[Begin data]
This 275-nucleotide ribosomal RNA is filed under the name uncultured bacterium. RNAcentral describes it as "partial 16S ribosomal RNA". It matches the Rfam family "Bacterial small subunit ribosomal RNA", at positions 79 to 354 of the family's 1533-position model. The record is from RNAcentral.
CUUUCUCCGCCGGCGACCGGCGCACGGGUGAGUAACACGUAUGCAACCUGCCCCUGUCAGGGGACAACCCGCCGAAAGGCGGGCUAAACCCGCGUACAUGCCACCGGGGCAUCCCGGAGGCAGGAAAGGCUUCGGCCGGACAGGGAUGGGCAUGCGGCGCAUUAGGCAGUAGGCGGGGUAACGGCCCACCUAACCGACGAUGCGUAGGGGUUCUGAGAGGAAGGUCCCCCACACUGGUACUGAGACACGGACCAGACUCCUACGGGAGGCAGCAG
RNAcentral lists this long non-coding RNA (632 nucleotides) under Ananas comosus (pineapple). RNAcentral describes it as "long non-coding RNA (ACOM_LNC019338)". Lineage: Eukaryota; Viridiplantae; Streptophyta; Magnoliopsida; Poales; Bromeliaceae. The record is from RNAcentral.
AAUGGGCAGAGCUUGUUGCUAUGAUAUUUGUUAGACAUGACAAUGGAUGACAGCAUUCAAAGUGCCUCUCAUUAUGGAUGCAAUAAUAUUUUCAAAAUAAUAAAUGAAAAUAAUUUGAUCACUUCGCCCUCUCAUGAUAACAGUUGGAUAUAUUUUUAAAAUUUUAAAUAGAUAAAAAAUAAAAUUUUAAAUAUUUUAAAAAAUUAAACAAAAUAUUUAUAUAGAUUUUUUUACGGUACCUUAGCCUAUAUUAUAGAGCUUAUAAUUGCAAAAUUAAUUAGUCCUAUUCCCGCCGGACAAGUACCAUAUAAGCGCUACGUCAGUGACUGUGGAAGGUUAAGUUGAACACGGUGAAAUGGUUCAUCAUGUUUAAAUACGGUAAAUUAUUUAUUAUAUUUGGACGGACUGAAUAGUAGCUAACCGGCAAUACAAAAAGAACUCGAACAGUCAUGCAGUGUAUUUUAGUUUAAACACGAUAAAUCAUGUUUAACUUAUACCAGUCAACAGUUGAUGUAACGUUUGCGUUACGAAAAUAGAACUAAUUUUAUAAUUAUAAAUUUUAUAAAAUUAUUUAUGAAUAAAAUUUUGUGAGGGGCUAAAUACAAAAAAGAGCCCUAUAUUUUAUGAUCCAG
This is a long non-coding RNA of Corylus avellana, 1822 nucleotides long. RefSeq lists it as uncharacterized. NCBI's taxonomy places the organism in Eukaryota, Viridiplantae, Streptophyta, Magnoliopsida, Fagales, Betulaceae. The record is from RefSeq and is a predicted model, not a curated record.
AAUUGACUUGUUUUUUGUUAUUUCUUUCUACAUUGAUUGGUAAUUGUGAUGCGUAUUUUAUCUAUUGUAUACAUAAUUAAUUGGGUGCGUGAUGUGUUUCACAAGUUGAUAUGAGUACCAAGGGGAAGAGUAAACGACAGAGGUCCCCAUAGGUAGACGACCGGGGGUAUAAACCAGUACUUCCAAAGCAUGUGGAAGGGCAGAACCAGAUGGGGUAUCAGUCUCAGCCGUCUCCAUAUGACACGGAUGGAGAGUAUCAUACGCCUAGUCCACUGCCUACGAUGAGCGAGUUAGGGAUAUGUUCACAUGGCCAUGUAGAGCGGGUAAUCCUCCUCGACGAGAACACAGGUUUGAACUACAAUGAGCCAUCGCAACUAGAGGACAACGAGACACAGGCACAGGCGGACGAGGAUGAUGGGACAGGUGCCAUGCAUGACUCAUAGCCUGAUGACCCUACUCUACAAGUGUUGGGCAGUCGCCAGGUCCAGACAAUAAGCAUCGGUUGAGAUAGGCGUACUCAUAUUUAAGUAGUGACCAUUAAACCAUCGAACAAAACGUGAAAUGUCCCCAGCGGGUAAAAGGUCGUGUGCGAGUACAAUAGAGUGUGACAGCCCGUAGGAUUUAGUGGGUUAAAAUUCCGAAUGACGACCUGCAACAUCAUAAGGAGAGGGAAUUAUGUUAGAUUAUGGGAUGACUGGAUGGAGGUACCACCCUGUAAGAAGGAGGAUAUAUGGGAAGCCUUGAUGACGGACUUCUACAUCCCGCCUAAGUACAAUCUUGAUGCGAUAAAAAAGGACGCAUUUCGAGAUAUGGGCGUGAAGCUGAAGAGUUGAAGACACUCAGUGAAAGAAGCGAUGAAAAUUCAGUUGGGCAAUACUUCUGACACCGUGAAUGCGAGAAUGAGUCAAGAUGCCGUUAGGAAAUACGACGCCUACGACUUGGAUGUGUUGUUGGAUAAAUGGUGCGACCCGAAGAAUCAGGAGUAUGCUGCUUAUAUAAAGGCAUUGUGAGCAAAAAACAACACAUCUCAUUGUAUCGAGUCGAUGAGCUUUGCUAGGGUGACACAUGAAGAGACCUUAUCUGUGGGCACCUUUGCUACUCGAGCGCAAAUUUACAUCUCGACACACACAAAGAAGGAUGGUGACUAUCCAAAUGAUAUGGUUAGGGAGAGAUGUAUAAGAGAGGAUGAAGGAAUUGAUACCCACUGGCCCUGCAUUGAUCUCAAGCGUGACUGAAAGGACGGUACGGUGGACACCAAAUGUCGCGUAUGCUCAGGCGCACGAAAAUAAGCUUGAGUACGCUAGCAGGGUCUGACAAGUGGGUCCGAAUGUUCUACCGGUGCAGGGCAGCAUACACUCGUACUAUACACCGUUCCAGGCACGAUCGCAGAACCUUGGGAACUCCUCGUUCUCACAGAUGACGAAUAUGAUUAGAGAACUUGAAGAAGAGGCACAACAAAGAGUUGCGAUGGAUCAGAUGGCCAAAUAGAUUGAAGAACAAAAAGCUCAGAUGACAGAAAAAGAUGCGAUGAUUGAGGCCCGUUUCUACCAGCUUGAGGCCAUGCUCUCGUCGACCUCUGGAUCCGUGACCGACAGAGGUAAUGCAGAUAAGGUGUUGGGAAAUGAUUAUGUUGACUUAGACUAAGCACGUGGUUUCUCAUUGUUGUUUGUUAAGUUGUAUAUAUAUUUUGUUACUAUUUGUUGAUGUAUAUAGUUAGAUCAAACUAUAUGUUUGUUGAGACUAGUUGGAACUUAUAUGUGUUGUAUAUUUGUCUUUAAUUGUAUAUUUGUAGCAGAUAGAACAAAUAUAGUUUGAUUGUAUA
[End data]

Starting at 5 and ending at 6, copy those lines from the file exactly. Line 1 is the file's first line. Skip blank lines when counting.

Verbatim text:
This is a long non-coding RNA of Corylus avellana, 1822 nucleotides long. RefSeq lists it as uncharacterized. NCBI's taxonomy places the organism in Eukaryota, Viridiplantae, Streptophyta, Magnoliopsida, Fagales, Betulaceae. The record is from RefSeq and is a predicted model, not a curated record.
AAUUGACUUGUUUUUUGUUAUUUCUUUCUACAUUGAUUGGUAAUUGUGAUGCGUAUUUUAUCUAUUGUAUACAUAAUUAAUUGGGUGCGUGAUGUGUUUCACAAGUUGAUAUGAGUACCAAGGGGAAGAGUAAACGACAGAGGUCCCCAUAGGUAGACGACCGGGGGUAUAAACCAGUACUUCCAAAGCAUGUGGAAGGGCAGAACCAGAUGGGGUAUCAGUCUCAGCCGUCUCCAUAUGACACGGAUGGAGAGUAUCAUACGCCUAGUCCACUGCCUACGAUGAGCGAGUUAGGGAUAUGUUCACAUGGCCAUGUAGAGCGGGUAAUCCUCCUCGACGAGAACACAGGUUUGAACUACAAUGAGCCAUCGCAACUAGAGGACAACGAGACACAGGCACAGGCGGACGAGGAUGAUGGGACAGGUGCCAUGCAUGACUCAUAGCCUGAUGACCCUACUCUACAAGUGUUGGGCAGUCGCCAGGUCCAGACAAUAAGCAUCGGUUGAGAUAGGCGUACUCAUAUUUAAGUAGUGACCAUUAAACCAUCGAACAAAACGUGAAAUGUCCCCAGCGGGUAAAAGGUCGUGUGCGAGUACAAUAGAGUGUGACAGCCCGUAGGAUUUAGUGGGUUAAAAUUCCGAAUGACGACCUGCAACAUCAUAAGGAGAGGGAAUUAUGUUAGAUUAUGGGAUGACUGGAUGGAGGUACCACCCUGUAAGAAGGAGGAUAUAUGGGAAGCCUUGAUGACGGACUUCUACAUCCCGCCUAAGUACAAUCUUGAUGCGAUAAAAAAGGACGCAUUUCGAGAUAUGGGCGUGAAGCUGAAGAGUUGAAGACACUCAGUGAAAGAAGCGAUGAAAAUUCAGUUGGGCAAUACUUCUGACACCGUGAAUGCGAGAAUGAGUCAAGAUGCCGUUAGGAAAUACGACGCCUACGACUUGGAUGUGUUGUUGGAUAAAUGGUGCGACCCGAAGAAUCAGGAGUAUGCUGCUUAUAUAAAGGCAUUGUGAGCAAAAAACAACACAUCUCAUUGUAUCGAGUCGAUGAGCUUUGCUAGGGUGACACAUGAAGAGACCUUAUCUGUGGGCACCUUUGCUACUCGAGCGCAAAUUUACAUCUCGACACACACAAAGAAGGAUGGUGACUAUCCAAAUGAUAUGGUUAGGGAGAGAUGUAUAAGAGAGGAUGAAGGAAUUGAUACCCACUGGCCCUGCAUUGAUCUCAAGCGUGACUGAAAGGACGGUACGGUGGACACCAAAUGUCGCGUAUGCUCAGGCGCACGAAAAUAAGCUUGAGUACGCUAGCAGGGUCUGACAAGUGGGUCCGAAUGUUCUACCGGUGCAGGGCAGCAUACACUCGUACUAUACACCGUUCCAGGCACGAUCGCAGAACCUUGGGAACUCCUCGUUCUCACAGAUGACGAAUAUGAUUAGAGAACUUGAAGAAGAGGCACAACAAAGAGUUGCGAUGGAUCAGAUGGCCAAAUAGAUUGAAGAACAAAAAGCUCAGAUGACAGAAAAAGAUGCGAUGAUUGAGGCCCGUUUCUACCAGCUUGAGGCCAUGCUCUCGUCGACCUCUGGAUCCGUGACCGACAGAGGUAAUGCAGAUAAGGUGUUGGGAAAUGAUUAUGUUGACUUAGACUAAGCACGUGGUUUCUCAUUGUUGUUUGUUAAGUUGUAUAUAUAUUUUGUUACUAUUUGUUGAUGUAUAUAGUUAGAUCAAACUAUAUGUUUGUUGAGACUAGUUGGAACUUAUAUGUGUUGUAUAUUUGUCUUUAAUUGUAUAUUUGUAGCAGAUAGAACAAAUAUAGUUUGAUUGUAUA